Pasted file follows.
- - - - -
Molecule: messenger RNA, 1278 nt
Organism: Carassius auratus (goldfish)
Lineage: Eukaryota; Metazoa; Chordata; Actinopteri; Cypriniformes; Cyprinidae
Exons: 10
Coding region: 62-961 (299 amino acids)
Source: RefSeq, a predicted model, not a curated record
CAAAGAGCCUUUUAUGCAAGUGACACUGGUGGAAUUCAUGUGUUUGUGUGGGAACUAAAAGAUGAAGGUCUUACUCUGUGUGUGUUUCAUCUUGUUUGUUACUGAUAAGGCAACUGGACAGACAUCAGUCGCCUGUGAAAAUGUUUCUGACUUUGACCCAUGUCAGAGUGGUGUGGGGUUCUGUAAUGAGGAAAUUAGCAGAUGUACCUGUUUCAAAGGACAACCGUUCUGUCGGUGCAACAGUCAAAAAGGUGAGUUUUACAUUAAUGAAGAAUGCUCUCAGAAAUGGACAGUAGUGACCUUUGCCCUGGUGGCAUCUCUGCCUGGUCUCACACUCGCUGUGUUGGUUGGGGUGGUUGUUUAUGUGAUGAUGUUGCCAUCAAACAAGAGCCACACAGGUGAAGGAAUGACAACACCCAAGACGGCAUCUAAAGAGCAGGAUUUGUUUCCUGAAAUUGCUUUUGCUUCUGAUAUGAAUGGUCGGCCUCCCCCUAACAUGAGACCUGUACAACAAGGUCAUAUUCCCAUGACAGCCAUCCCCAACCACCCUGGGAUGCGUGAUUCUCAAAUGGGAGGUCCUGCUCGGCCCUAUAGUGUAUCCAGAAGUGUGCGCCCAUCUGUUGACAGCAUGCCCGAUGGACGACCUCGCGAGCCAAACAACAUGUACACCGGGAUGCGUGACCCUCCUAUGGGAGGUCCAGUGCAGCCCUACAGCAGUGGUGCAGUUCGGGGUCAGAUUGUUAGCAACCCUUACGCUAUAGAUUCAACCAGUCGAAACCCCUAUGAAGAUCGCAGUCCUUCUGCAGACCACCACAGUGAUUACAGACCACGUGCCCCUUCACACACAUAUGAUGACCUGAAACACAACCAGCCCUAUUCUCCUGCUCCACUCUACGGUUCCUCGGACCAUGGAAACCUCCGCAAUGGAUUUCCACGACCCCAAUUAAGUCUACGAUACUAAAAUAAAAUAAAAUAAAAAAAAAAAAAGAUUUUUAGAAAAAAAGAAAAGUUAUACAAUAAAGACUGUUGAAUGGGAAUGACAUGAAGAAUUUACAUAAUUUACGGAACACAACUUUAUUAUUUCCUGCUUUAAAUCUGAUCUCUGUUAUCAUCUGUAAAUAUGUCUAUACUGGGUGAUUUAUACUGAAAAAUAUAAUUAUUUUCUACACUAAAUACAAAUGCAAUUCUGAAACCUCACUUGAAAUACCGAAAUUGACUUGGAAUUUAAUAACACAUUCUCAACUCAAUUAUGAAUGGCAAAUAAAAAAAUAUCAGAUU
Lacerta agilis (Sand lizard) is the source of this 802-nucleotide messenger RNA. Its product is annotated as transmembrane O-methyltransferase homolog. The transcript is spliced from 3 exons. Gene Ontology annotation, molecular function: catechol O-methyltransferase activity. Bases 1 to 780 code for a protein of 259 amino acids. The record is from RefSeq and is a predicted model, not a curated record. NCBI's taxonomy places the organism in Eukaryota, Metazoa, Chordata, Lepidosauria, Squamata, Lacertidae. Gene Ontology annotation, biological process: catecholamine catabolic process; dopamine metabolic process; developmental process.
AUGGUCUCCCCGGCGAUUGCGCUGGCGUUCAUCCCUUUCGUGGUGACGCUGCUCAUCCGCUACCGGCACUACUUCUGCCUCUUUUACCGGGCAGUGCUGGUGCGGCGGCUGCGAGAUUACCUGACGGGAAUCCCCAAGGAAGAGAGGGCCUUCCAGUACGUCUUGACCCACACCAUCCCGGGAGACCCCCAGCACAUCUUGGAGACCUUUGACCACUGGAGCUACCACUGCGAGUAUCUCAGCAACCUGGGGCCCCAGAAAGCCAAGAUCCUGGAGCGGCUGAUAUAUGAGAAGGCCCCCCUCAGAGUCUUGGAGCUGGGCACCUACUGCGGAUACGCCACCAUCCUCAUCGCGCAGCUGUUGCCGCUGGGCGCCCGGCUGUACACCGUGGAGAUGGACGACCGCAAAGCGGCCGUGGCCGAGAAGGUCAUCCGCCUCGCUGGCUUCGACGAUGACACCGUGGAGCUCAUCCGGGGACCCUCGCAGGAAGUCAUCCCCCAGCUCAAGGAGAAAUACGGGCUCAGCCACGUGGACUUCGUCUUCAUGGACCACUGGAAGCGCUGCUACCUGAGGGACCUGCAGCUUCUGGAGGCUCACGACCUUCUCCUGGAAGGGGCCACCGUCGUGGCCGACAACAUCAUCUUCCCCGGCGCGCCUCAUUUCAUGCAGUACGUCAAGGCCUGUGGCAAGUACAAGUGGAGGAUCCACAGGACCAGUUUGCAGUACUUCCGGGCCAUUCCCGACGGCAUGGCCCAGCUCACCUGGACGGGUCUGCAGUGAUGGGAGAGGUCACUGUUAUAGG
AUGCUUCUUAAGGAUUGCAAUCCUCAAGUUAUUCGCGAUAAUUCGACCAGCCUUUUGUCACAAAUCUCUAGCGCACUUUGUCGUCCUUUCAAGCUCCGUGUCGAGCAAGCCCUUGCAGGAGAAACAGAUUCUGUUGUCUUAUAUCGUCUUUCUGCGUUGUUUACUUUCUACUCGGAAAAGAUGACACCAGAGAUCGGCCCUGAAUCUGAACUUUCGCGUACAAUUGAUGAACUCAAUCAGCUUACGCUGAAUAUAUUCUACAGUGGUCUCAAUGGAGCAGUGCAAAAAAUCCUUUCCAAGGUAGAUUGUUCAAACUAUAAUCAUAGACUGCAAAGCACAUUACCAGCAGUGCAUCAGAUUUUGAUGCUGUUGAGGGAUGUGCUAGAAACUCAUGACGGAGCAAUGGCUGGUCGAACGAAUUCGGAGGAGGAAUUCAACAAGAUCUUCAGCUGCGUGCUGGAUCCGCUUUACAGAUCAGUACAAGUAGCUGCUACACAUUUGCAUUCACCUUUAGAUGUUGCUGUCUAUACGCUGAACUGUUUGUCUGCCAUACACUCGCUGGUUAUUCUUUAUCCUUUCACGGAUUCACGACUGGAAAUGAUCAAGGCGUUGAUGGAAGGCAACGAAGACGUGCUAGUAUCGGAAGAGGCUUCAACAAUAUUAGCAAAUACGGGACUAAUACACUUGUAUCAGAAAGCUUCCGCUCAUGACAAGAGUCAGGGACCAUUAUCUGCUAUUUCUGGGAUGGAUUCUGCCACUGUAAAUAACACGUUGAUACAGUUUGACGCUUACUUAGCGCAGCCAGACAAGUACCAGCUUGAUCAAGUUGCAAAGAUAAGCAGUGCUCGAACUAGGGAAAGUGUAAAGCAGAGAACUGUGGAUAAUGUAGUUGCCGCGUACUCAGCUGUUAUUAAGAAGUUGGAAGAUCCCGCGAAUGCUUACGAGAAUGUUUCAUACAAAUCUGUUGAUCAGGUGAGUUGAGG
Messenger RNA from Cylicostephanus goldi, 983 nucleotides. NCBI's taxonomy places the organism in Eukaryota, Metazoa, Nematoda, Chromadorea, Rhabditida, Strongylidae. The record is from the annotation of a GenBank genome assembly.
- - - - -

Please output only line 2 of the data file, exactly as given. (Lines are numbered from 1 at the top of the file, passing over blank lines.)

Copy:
Organism: Carassius auratus (goldfish)